As more and more people are socially isolated by being in lockdown at home, for people who have experienced domestic abuse and or violence, social distancing and on-going Government guidance for everyone to work from and stay at home wherever possible, means that unfortunately for some, they are in turn being trapped to live with an abuser.
With all schools on the verge of closing and with NHS advice being that people should observe social distancing and isolation during the Coronavirus pandemic, those parents and others with Child Arrangements Orders in their favour to adhere to are undoubtedly asking themselves how best to deal with issues that now arise that make it difficult to comply with such arrangements.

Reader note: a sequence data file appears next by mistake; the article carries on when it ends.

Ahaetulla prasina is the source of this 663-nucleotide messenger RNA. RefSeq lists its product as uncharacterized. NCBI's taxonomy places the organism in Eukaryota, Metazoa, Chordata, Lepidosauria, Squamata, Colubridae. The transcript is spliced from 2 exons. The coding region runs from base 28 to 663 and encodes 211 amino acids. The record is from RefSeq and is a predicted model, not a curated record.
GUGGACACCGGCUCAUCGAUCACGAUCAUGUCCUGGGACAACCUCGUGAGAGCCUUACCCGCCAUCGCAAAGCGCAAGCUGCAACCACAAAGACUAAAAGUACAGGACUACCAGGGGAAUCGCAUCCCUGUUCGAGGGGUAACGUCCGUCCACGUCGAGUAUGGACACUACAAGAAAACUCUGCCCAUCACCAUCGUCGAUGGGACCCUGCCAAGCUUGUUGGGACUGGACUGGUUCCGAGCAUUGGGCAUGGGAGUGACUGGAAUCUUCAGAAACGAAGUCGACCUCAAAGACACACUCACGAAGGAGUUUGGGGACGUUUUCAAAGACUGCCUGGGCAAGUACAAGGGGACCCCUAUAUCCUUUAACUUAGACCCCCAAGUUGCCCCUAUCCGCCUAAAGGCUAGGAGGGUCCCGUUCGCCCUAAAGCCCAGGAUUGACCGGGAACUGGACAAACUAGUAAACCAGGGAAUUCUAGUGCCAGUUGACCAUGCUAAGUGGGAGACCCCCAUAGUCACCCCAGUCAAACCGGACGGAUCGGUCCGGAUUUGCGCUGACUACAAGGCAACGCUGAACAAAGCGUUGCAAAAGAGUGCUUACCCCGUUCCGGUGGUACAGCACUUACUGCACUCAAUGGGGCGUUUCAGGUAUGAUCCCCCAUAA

One of my favourite television programmes at the moment is Silent Witness. In case you’re not aware, Silent Witnessis a drama series (now on to its 23rd series) about a team of forensic pathologists who through the wonders of science and technology go about solving various crimes and misdemeanours, played out over two night on BBC One.
No one enters into a marriage expecting it to fail. The end of a marriage typically unleashes a flood of emotions including then anger, grief, anxiety and fear. Sometimes, these feelings can rise up when you least expect them, catching you off guard. Such a response is normal, and over time, for adults, usually the intensity of the these feelings will then subside.